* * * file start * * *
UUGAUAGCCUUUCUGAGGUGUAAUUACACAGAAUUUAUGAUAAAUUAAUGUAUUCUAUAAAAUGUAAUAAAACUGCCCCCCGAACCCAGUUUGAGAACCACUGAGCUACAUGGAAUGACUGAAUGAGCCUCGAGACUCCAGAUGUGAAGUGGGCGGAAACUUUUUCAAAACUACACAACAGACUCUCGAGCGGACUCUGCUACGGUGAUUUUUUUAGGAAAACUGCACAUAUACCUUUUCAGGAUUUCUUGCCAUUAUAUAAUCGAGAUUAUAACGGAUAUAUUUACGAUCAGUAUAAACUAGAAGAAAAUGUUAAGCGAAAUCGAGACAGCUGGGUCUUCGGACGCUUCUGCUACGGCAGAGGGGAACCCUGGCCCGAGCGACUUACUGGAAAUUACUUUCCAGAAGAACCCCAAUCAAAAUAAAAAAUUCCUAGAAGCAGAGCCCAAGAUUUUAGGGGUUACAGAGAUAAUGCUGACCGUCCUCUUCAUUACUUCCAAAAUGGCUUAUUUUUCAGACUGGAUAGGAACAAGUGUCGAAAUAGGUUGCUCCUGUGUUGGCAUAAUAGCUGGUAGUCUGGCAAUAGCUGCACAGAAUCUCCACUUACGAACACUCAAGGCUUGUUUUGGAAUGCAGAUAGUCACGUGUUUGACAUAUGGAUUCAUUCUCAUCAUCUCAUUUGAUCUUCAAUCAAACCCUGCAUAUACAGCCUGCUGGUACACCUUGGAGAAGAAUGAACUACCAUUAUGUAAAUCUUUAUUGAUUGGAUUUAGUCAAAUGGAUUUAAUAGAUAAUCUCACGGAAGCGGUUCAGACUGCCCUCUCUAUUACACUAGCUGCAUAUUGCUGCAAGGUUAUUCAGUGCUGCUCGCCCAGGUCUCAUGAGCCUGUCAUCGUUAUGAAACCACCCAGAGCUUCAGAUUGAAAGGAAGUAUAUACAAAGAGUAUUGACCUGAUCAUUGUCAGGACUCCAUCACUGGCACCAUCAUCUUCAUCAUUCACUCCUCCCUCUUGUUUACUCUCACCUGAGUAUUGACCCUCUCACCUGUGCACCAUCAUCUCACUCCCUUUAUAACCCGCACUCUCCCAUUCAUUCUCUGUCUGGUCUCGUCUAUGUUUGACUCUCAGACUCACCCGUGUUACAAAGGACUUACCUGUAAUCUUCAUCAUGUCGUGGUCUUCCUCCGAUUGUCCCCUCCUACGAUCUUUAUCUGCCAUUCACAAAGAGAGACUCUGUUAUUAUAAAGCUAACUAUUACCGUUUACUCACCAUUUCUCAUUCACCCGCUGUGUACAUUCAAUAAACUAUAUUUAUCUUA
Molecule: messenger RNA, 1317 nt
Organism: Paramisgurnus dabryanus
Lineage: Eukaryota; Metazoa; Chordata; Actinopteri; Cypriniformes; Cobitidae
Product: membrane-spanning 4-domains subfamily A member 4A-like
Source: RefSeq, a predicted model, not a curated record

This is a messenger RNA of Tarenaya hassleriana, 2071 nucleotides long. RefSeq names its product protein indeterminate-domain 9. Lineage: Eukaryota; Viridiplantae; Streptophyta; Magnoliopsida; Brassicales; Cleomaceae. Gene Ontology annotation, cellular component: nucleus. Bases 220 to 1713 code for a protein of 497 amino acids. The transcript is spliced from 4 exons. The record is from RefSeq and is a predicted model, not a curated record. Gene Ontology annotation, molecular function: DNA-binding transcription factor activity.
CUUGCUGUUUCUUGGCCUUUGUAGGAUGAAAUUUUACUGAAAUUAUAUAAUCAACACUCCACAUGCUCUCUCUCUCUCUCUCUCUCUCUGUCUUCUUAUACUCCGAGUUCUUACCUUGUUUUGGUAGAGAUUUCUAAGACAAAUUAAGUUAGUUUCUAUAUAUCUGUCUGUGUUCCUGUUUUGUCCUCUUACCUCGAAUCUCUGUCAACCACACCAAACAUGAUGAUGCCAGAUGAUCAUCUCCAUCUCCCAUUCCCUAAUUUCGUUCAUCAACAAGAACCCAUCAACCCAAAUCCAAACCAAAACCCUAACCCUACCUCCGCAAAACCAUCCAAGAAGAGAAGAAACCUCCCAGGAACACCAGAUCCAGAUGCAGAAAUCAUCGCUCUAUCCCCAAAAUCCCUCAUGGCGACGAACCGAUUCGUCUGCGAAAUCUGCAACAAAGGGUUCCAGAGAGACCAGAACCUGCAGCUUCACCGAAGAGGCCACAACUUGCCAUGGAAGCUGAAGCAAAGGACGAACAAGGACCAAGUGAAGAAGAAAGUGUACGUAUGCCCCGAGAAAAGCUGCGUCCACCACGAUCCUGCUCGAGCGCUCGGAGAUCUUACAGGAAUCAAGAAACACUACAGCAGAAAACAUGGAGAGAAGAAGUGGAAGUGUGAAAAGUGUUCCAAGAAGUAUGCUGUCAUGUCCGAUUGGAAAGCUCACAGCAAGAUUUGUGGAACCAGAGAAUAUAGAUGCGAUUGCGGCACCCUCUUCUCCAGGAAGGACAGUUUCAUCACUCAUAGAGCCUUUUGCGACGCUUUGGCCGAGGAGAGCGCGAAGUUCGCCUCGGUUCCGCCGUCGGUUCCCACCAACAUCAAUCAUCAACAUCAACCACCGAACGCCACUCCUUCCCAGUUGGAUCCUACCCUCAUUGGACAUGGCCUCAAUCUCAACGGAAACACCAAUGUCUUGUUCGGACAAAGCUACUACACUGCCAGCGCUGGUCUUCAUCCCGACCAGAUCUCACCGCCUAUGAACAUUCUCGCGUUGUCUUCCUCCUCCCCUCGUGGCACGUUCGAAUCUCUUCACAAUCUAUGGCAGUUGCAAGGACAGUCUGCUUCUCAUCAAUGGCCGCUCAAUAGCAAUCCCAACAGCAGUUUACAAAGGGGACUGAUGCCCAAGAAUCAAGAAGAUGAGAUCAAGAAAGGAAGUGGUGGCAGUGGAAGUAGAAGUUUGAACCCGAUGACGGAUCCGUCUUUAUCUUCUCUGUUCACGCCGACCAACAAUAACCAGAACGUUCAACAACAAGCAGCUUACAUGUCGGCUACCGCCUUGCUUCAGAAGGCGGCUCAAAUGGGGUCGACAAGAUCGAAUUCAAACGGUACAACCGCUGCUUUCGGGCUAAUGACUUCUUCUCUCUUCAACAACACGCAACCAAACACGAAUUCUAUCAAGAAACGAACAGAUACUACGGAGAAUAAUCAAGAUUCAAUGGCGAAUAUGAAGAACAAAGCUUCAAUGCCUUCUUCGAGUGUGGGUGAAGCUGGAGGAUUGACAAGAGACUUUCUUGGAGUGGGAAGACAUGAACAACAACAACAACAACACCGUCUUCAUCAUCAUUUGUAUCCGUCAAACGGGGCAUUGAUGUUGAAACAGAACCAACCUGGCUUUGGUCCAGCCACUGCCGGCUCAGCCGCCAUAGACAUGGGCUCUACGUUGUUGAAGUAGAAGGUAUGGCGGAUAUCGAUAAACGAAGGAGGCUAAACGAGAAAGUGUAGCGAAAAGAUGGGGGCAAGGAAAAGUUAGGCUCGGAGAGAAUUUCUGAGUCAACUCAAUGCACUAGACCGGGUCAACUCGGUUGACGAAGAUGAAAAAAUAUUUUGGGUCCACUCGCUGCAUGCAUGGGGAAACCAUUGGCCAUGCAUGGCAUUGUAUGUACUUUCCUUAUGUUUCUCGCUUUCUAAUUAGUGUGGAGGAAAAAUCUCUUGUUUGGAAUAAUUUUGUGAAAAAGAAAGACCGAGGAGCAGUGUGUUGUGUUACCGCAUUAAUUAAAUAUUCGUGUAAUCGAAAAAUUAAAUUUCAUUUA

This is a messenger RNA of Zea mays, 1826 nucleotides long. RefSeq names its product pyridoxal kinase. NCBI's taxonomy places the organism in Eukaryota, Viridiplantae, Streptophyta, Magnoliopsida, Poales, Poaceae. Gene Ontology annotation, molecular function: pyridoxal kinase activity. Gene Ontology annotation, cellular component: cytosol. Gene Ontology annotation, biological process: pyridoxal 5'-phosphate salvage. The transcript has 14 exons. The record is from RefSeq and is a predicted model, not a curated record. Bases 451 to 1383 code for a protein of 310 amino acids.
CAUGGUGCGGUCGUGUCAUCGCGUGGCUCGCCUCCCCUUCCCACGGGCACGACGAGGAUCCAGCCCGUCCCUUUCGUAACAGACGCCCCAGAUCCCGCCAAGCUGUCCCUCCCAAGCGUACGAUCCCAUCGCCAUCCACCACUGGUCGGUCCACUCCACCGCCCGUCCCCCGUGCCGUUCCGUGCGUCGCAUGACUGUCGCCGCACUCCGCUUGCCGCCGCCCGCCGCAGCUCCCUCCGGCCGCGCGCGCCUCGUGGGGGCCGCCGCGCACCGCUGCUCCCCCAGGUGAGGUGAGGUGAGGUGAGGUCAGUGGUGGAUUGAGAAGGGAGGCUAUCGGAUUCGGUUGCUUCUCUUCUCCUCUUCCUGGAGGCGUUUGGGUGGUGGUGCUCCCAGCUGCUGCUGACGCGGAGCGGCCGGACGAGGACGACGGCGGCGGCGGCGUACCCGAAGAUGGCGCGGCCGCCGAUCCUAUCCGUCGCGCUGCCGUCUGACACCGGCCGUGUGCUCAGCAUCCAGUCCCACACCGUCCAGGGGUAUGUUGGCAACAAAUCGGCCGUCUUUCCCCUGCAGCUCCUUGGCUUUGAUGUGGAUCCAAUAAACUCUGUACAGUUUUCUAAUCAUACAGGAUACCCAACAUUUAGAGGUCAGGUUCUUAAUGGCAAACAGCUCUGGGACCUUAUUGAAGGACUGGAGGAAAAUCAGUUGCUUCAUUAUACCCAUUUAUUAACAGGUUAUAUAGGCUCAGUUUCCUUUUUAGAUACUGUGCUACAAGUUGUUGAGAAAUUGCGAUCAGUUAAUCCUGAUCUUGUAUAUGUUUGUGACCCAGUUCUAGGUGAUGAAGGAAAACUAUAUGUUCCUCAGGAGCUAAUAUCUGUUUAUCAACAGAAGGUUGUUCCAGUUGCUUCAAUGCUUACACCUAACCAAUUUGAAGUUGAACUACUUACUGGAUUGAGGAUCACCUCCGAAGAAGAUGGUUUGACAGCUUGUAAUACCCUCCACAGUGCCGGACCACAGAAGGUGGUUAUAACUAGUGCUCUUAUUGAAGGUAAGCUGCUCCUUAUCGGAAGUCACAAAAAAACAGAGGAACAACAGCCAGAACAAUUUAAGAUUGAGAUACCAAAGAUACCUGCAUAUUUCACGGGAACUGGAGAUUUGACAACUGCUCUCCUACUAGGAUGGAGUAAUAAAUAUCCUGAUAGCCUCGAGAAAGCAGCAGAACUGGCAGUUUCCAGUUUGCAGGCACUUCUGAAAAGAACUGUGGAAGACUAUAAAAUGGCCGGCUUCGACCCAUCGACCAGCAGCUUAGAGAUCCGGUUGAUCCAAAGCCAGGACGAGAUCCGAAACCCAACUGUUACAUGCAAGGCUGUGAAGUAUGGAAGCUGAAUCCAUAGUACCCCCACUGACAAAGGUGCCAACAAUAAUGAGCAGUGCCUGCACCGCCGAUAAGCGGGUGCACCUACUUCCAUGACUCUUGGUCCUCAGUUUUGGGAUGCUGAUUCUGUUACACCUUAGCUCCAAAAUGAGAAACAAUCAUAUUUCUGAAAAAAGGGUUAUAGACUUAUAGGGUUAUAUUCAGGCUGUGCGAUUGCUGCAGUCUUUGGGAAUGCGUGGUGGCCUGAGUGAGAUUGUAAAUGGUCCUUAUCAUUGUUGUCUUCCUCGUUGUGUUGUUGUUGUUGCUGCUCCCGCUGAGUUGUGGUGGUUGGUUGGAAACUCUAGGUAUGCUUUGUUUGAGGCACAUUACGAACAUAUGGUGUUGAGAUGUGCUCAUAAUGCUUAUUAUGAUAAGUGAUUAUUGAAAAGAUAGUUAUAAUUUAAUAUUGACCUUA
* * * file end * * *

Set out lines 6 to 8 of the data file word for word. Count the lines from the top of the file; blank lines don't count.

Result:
Source: RefSeq, a predicted model, not a curated record

This is a messenger RNA of Tarenaya hassleriana, 2071 nucleotides long. RefSeq names its product protein indeterminate-domain 9. Lineage: Eukaryota; Viridiplantae; Streptophyta; Magnoliopsida; Brassicales; Cleomaceae. Gene Ontology annotation, cellular component: nucleus. Bases 220 to 1713 code for a protein of 497 amino acids. The transcript is spliced from 4 exons. The record is from RefSeq and is a predicted model, not a curated record. Gene Ontology annotation, molecular function: DNA-binding transcription factor activity.
CUUGCUGUUUCUUGGCCUUUGUAGGAUGAAAUUUUACUGAAAUUAUAUAAUCAACACUCCACAUGCUCUCUCUCUCUCUCUCUCUCUCUGUCUUCUUAUACUCCGAGUUCUUACCUUGUUUUGGUAGAGAUUUCUAAGACAAAUUAAGUUAGUUUCUAUAUAUCUGUCUGUGUUCCUGUUUUGUCCUCUUACCUCGAAUCUCUGUCAACCACACCAAACAUGAUGAUGCCAGAUGAUCAUCUCCAUCUCCCAUUCCCUAAUUUCGUUCAUCAACAAGAACCCAUCAACCCAAAUCCAAACCAAAACCCUAACCCUACCUCCGCAAAACCAUCCAAGAAGAGAAGAAACCUCCCAGGAACACCAGAUCCAGAUGCAGAAAUCAUCGCUCUAUCCCCAAAAUCCCUCAUGGCGACGAACCGAUUCGUCUGCGAAAUCUGCAACAAAGGGUUCCAGAGAGACCAGAACCUGCAGCUUCACCGAAGAGGCCACAACUUGCCAUGGAAGCUGAAGCAAAGGACGAACAAGGACCAAGUGAAGAAGAAAGUGUACGUAUGCCCCGAGAAAAGCUGCGUCCACCACGAUCCUGCUCGAGCGCUCGGAGAUCUUACAGGAAUCAAGAAACACUACAGCAGAAAACAUGGAGAGAAGAAGUGGAAGUGUGAAAAGUGUUCCAAGAAGUAUGCUGUCAUGUCCGAUUGGAAAGCUCACAGCAAGAUUUGUGGAACCAGAGAAUAUAGAUGCGAUUGCGGCACCCUCUUCUCCAGGAAGGACAGUUUCAUCACUCAUAGAGCCUUUUGCGACGCUUUGGCCGAGGAGAGCGCGAAGUUCGCCUCGGUUCCGCCGUCGGUUCCCACCAACAUCAAUCAUCAACAUCAACCACCGAACGCCACUCCUUCCCAGUUGGAUCCUACCCUCAUUGGACAUGGCCUCAAUCUCAACGGAAACACCAAUGUCUUGUUCGGACAAAGCUACUACACUGCCAGCGCUGGUCUUCAUCCCGACCAGAUCUCACCGCCUAUGAACAUUCUCGCGUUGUCUUCCUCCUCCCCUCGUGGCACGUUCGAAUCUCUUCACAAUCUAUGGCAGUUGCAAGGACAGUCUGCUUCUCAUCAAUGGCCGCUCAAUAGCAAUCCCAACAGCAGUUUACAAAGGGGACUGAUGCCCAAGAAUCAAGAAGAUGAGAUCAAGAAAGGAAGUGGUGGCAGUGGAAGUAGAAGUUUGAACCCGAUGACGGAUCCGUCUUUAUCUUCUCUGUUCACGCCGACCAACAAUAACCAGAACGUUCAACAACAAGCAGCUUACAUGUCGGCUACCGCCUUGCUUCAGAAGGCGGCUCAAAUGGGGUCGACAAGAUCGAAUUCAAACGGUACAACCGCUGCUUUCGGGCUAAUGACUUCUUCUCUCUUCAACAACACGCAACCAAACACGAAUUCUAUCAAGAAACGAACAGAUACUACGGAGAAUAAUCAAGAUUCAAUGGCGAAUAUGAAGAACAAAGCUUCAAUGCCUUCUUCGAGUGUGGGUGAAGCUGGAGGAUUGACAAGAGACUUUCUUGGAGUGGGAAGACAUGAACAACAACAACAACAACACCGUCUUCAUCAUCAUUUGUAUCCGUCAAACGGGGCAUUGAUGUUGAAACAGAACCAACCUGGCUUUGGUCCAGCCACUGCCGGCUCAGCCGCCAUAGACAUGGGCUCUACGUUGUUGAAGUAGAAGGUAUGGCGGAUAUCGAUAAACGAAGGAGGCUAAACGAGAAAGUGUAGCGAAAAGAUGGGGGCAAGGAAAAGUUAGGCUCGGAGAGAAUUUCUGAGUCAACUCAAUGCACUAGACCGGGUCAACUCGGUUGACGAAGAUGAAAAAAUAUUUUGGGUCCACUCGCUGCAUGCAUGGGGAAACCAUUGGCCAUGCAUGGCAUUGUAUGUACUUUCCUUAUGUUUCUCGCUUUCUAAUUAGUGUGGAGGAAAAAUCUCUUGUUUGGAAUAAUUUUGUGAAAAAGAAAGACCGAGGAGCAGUGUGUUGUGUUACCGCAUUAAUUAAAUAUUCGUGUAAUCGAAAAAUUAAAUUUCAUUUA